I then used four of my new thread colors to free motion machine stitch over the sandwich. I didn’t use a hoop and it seemed to work just fine. You have to be careful that the edges don’t get sucked down into your machine though. I used a meandering stitch to give an organic feel. I didn’t want any straight lines.

And here is is with all of the stitching done. You need to catch all of the pieces of felt with your stitching to prevent the pieces from falling apart once you dissolve the water soluble fabric.

Then you just stick the whole thing in some warm water, let it soak for a bit and the Sticky Fabri-Solvy dissolves and disappears. If you don’t wash it all out, you can use it to help hold the shape in different positions. It acts like a stiffener. I washed mine mostly all away so there is no residual stiffness. I plan on trying this technique with some sheer fabric pieces too.

Have you tried a new product lately? We’d love to hear your results. Show us over on the forum. 


A Glimpse of Free Motion Class Projects

A Glimpse of Free Motion Class Projects

I took Ruth’s Free Motion Stitching on Felt class in March. While I have done some free motion before,  it was good for me to stay on task to practice and learn some more about it.  We covered the basics of the machine, moving the fabric, supplies and set up.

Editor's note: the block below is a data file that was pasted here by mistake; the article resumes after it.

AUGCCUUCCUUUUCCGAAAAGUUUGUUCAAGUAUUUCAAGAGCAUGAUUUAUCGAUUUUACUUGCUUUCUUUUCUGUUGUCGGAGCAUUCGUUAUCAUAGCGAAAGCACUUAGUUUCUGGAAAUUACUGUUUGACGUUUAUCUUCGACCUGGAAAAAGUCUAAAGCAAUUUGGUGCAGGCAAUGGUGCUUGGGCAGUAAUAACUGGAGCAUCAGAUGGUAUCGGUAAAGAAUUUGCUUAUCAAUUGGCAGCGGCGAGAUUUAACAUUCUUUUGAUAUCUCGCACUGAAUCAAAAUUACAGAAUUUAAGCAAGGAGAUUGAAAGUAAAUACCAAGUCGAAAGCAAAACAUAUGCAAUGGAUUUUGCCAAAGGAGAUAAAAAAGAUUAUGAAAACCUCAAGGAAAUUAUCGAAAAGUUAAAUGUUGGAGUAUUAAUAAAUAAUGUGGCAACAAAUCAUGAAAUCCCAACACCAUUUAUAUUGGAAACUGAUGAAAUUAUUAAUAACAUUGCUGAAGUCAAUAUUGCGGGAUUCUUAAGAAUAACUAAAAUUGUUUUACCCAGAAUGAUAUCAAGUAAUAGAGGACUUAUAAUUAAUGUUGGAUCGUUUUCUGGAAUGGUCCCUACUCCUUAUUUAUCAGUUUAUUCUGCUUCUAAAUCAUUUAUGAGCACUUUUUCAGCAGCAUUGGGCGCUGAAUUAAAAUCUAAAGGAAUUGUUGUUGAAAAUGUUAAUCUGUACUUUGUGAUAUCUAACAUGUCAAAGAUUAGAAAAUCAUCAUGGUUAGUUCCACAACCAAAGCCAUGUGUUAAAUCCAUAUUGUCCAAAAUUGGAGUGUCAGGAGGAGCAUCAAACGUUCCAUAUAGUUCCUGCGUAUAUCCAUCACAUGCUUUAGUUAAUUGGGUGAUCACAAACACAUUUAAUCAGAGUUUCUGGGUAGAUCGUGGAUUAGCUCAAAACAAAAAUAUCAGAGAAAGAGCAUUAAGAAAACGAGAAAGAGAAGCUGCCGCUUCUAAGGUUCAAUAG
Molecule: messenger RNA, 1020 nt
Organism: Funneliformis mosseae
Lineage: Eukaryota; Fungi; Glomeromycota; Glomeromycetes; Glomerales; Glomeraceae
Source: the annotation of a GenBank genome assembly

At first we practiced a lot of lines, loops and circles to get used to moving the fabric and felt around under the needle.  I definitely needed a lot of practice.

The first piece of felt I practiced on to create dimension was a sample I had done a while back using some scraps of silk paper. If you look closely you can see circles.  However, the felt was just a bit too thick to create too much dimension.

Here is the sample of machine lace I did.  I used a flower pattern which turned out to be too open.   It looked better before I felted it. It’s laying on a piece of paper, but if I were to hold it up to the light it would look like a window.

I did more of the thread sketching and started to feel more comfortable and confident.

Here is  some coral in the water.

My Bird of Paradise.  Here I filled in the back of the leaf where it turned over, but I didn’t like it so I tore out the filling which isn’t fun in felt.

I probably should have just made the leaf whole.

Cathy (Luvswool) had given me some of her felt scraps and I really liked this red piece. (Thanks!) I debated what I could put on it to make use of the red.  Then I decided on a bare tree and some  stones and birds.  I call it Red Dawn.

I used metallic thread on the stones because I felt if they were dewy they would probably reflect differently in the red dawn.

I haven’t finished my final project, but will share that when I do.  It was a great class and it helped me gain confidence and skill.  I still need more practice but feel I made progress.